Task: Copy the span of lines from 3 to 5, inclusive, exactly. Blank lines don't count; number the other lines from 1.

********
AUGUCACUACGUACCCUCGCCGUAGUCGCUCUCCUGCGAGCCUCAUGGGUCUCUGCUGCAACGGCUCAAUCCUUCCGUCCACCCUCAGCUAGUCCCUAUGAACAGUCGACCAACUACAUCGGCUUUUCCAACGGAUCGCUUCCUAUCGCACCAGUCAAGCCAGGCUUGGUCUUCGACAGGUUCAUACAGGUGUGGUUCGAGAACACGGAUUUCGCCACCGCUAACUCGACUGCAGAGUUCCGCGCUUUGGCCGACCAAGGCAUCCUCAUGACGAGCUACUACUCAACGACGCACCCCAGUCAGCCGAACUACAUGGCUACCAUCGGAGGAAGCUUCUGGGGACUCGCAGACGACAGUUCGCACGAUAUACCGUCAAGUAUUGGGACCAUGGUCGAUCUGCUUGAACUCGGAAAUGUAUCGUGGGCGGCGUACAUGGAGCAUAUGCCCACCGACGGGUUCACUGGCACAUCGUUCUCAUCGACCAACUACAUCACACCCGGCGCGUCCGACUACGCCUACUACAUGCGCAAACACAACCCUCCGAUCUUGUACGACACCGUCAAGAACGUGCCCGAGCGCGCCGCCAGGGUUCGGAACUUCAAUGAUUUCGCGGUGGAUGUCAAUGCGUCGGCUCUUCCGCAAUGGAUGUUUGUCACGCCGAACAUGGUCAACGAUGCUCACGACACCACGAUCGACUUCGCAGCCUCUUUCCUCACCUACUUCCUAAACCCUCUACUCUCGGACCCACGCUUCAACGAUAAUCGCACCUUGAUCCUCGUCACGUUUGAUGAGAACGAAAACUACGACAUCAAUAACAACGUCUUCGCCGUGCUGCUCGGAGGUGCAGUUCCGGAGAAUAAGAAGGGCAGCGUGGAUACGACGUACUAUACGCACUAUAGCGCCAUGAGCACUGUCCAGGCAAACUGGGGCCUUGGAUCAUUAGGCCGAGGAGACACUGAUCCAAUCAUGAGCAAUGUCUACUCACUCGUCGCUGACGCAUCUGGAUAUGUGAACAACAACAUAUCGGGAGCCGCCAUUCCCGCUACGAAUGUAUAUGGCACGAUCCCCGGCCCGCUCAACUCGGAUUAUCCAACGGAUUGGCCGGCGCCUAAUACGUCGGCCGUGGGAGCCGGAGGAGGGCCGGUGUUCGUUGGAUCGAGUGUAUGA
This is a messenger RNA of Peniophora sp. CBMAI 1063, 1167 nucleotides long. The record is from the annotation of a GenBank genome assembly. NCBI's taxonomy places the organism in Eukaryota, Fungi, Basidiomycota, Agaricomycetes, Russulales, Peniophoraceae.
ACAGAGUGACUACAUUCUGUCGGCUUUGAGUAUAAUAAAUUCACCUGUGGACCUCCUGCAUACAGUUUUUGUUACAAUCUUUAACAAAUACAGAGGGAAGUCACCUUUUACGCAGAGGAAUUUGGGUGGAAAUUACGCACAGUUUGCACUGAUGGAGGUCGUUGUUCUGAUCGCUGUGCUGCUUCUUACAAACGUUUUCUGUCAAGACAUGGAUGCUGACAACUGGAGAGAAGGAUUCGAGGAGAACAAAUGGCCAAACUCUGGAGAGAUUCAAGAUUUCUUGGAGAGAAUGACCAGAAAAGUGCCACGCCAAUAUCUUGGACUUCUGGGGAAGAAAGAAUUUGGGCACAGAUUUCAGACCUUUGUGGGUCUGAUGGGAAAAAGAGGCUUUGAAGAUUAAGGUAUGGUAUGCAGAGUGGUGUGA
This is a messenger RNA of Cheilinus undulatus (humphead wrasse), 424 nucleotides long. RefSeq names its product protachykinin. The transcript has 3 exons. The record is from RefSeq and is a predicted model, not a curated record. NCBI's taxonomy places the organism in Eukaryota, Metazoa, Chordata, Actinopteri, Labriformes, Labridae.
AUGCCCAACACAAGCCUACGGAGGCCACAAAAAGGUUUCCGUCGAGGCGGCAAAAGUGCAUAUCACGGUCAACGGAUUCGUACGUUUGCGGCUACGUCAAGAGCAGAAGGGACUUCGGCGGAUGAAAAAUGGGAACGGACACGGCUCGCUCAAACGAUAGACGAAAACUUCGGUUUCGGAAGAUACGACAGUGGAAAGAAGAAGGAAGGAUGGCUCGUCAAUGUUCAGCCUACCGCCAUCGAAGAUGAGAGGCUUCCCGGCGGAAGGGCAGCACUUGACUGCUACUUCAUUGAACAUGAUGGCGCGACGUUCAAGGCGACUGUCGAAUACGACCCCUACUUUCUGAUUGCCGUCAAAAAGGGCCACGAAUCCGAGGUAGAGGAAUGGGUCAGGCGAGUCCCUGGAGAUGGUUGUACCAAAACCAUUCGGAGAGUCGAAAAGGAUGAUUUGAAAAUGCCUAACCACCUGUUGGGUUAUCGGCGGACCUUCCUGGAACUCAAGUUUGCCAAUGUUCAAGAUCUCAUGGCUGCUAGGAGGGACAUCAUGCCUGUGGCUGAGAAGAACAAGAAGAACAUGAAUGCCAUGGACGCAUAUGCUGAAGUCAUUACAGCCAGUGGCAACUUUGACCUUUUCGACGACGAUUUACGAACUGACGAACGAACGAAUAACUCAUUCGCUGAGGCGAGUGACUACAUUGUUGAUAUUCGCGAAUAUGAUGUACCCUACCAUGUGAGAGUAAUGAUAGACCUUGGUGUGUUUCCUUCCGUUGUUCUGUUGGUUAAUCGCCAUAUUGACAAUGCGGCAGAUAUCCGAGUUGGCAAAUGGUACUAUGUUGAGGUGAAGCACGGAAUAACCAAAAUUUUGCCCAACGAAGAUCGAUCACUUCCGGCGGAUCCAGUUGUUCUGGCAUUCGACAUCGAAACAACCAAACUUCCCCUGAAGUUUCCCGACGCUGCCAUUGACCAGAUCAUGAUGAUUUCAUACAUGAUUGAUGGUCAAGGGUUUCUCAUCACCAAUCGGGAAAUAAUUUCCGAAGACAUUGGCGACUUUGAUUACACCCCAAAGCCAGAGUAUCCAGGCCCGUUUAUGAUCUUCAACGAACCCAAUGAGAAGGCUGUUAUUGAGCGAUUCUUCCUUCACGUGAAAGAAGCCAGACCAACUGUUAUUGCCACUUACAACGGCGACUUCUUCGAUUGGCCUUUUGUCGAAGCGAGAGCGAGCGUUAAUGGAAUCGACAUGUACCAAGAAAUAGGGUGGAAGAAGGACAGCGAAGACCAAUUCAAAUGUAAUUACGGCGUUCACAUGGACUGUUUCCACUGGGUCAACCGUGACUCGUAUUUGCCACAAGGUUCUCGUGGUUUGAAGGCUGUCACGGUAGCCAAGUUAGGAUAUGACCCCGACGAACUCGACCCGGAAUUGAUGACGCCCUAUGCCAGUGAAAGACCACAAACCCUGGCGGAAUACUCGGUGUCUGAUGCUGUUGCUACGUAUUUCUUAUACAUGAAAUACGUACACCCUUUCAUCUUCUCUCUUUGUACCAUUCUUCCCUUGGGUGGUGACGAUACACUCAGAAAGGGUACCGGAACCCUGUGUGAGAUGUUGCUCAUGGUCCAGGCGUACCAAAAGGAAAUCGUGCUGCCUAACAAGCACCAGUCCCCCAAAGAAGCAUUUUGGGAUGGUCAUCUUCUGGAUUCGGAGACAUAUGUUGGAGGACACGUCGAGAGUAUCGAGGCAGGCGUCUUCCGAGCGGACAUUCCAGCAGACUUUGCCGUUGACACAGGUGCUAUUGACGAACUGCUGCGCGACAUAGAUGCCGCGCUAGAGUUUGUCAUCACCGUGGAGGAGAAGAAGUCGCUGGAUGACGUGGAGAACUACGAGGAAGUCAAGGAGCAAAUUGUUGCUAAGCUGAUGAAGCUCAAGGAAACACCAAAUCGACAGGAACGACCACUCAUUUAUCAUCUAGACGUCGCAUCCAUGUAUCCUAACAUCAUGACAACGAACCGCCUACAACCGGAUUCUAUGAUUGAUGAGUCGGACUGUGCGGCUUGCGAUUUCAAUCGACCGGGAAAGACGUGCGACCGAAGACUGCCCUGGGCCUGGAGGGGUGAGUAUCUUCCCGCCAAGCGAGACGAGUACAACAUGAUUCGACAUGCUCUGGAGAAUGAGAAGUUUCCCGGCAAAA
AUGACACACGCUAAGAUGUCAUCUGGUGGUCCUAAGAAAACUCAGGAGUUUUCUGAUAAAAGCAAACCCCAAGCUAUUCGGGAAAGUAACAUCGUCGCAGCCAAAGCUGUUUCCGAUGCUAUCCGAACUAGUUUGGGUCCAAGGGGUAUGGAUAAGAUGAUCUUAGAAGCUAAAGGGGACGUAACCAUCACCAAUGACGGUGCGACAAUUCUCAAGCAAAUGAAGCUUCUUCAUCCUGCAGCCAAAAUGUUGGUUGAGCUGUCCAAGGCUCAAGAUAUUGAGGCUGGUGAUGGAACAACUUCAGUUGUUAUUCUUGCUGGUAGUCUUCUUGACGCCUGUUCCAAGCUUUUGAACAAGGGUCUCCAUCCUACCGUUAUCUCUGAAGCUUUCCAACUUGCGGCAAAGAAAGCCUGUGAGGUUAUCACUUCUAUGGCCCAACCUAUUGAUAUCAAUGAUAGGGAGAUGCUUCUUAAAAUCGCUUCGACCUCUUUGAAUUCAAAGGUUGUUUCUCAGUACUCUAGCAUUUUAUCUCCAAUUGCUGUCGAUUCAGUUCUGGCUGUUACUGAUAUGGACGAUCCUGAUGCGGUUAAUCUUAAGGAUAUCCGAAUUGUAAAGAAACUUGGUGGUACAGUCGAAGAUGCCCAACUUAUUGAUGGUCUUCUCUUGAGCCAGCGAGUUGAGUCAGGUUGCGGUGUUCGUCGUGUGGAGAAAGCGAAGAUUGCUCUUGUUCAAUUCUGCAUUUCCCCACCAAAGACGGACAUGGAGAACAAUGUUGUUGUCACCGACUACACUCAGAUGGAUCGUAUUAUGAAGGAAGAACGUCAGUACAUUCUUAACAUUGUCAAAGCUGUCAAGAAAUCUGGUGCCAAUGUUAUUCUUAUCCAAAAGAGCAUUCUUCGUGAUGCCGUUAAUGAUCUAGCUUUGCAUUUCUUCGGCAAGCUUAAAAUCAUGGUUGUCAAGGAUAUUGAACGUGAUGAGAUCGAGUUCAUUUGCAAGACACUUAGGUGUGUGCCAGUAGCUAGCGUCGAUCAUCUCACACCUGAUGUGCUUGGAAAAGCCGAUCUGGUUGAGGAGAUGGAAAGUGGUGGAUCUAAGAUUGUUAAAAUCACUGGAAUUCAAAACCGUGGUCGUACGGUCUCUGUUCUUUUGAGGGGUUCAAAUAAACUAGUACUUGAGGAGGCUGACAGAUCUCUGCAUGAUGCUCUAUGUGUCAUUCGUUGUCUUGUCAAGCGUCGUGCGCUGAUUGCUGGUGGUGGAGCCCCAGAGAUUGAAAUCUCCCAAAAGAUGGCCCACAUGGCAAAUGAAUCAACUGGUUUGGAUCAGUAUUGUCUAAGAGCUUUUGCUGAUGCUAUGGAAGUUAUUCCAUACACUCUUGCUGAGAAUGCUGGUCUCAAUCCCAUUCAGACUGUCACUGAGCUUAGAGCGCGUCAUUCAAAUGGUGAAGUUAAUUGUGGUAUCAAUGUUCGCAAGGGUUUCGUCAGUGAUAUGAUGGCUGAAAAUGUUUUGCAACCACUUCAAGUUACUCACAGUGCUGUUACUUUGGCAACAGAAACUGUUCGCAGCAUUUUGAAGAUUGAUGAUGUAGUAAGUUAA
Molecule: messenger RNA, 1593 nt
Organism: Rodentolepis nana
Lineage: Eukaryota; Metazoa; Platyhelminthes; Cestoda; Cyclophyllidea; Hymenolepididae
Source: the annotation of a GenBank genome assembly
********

ACAGAGUGACUACAUUCUGUCGGCUUUGAGUAUAAUAAAUUCACCUGUGGACCUCCUGCAUACAGUUUUUGUUACAAUCUUUAACAAAUACAGAGGGAAGUCACCUUUUACGCAGAGGAAUUUGGGUGGAAAUUACGCACAGUUUGCACUGAUGGAGGUCGUUGUUCUGAUCGCUGUGCUGCUUCUUACAAACGUUUUCUGUCAAGACAUGGAUGCUGACAACUGGAGAGAAGGAUUCGAGGAGAACAAAUGGCCAAACUCUGGAGAGAUUCAAGAUUUCUUGGAGAGAAUGACCAGAAAAGUGCCACGCCAAUAUCUUGGACUUCUGGGGAAGAAAGAAUUUGGGCACAGAUUUCAGACCUUUGUGGGUCUGAUGGGAAAAAGAGGCUUUGAAGAUUAAGGUAUGGUAUGCAGAGUGGUGUGA
This is a messenger RNA of Cheilinus undulatus (humphead wrasse), 424 nucleotides long. RefSeq names its product protachykinin. The transcript has 3 exons. The record is from RefSeq and is a predicted model, not a curated record. NCBI's taxonomy places the organism in Eukaryota, Metazoa, Chordata, Actinopteri, Labriformes, Labridae.
AUGCCCAACACAAGCCUACGGAGGCCACAAAAAGGUUUCCGUCGAGGCGGCAAAAGUGCAUAUCACGGUCAACGGAUUCGUACGUUUGCGGCUACGUCAAGAGCAGAAGGGACUUCGGCGGAUGAAAAAUGGGAACGGACACGGCUCGCUCAAACGAUAGACGAAAACUUCGGUUUCGGAAGAUACGACAGUGGAAAGAAGAAGGAAGGAUGGCUCGUCAAUGUUCAGCCUACCGCCAUCGAAGAUGAGAGGCUUCCCGGCGGAAGGGCAGCACUUGACUGCUACUUCAUUGAACAUGAUGGCGCGACGUUCAAGGCGACUGUCGAAUACGACCCCUACUUUCUGAUUGCCGUCAAAAAGGGCCACGAAUCCGAGGUAGAGGAAUGGGUCAGGCGAGUCCCUGGAGAUGGUUGUACCAAAACCAUUCGGAGAGUCGAAAAGGAUGAUUUGAAAAUGCCUAACCACCUGUUGGGUUAUCGGCGGACCUUCCUGGAACUCAAGUUUGCCAAUGUUCAAGAUCUCAUGGCUGCUAGGAGGGACAUCAUGCCUGUGGCUGAGAAGAACAAGAAGAACAUGAAUGCCAUGGACGCAUAUGCUGAAGUCAUUACAGCCAGUGGCAACUUUGACCUUUUCGACGACGAUUUACGAACUGACGAACGAACGAAUAACUCAUUCGCUGAGGCGAGUGACUACAUUGUUGAUAUUCGCGAAUAUGAUGUACCCUACCAUGUGAGAGUAAUGAUAGACCUUGGUGUGUUUCCUUCCGUUGUUCUGUUGGUUAAUCGCCAUAUUGACAAUGCGGCAGAUAUCCGAGUUGGCAAAUGGUACUAUGUUGAGGUGAAGCACGGAAUAACCAAAAUUUUGCCCAACGAAGAUCGAUCACUUCCGGCGGAUCCAGUUGUUCUGGCAUUCGACAUCGAAACAACCAAACUUCCCCUGAAGUUUCCCGACGCUGCCAUUGACCAGAUCAUGAUGAUUUCAUACAUGAUUGAUGGUCAAGGGUUUCUCAUCACCAAUCGGGAAAUAAUUUCCGAAGACAUUGGCGACUUUGAUUACACCCCAAAGCCAGAGUAUCCAGGCCCGUUUAUGAUCUUCAACGAACCCAAUGAGAAGGCUGUUAUUGAGCGAUUCUUCCUUCACGUGAAAGAAGCCAGACCAACUGUUAUUGCCACUUACAACGGCGACUUCUUCGAUUGGCCUUUUGUCGAAGCGAGAGCGAGCGUUAAUGGAAUCGACAUGUACCAAGAAAUAGGGUGGAAGAAGGACAGCGAAGACCAAUUCAAAUGUAAUUACGGCGUUCACAUGGACUGUUUCCACUGGGUCAACCGUGACUCGUAUUUGCCACAAGGUUCUCGUGGUUUGAAGGCUGUCACGGUAGCCAAGUUAGGAUAUGACCCCGACGAACUCGACCCGGAAUUGAUGACGCCCUAUGCCAGUGAAAGACCACAAACCCUGGCGGAAUACUCGGUGUCUGAUGCUGUUGCUACGUAUUUCUUAUACAUGAAAUACGUACACCCUUUCAUCUUCUCUCUUUGUACCAUUCUUCCCUUGGGUGGUGACGAUACACUCAGAAAGGGUACCGGAACCCUGUGUGAGAUGUUGCUCAUGGUCCAGGCGUACCAAAAGGAAAUCGUGCUGCCUAACAAGCACCAGUCCCCCAAAGAAGCAUUUUGGGAUGGUCAUCUUCUGGAUUCGGAGACAUAUGUUGGAGGACACGUCGAGAGUAUCGAGGCAGGCGUCUUCCGAGCGGACAUUCCAGCAGACUUUGCCGUUGACACAGGUGCUAUUGACGAACUGCUGCGCGACAUAGAUGCCGCGCUAGAGUUUGUCAUCACCGUGGAGGAGAAGAAGUCGCUGGAUGACGUGGAGAACUACGAGGAAGUCAAGGAGCAAAUUGUUGCUAAGCUGAUGAAGCUCAAGGAAACACCAAAUCGACAGGAACGACCACUCAUUUAUCAUCUAGACGUCGCAUCCAUGUAUCCUAACAUCAUGACAACGAACCGCCUACAACCGGAUUCUAUGAUUGAUGAGUCGGACUGUGCGGCUUGCGAUUUCAAUCGACCGGGAAAGACGUGCGACCGAAGACUGCCCUGGGCCUGGAGGGGUGAGUAUCUUCCCGCCAAGCGAGACGAGUACAACAUGAUUCGACAUGCUCUGGAGAAUGAGAAGUUUCCCGGCAAAA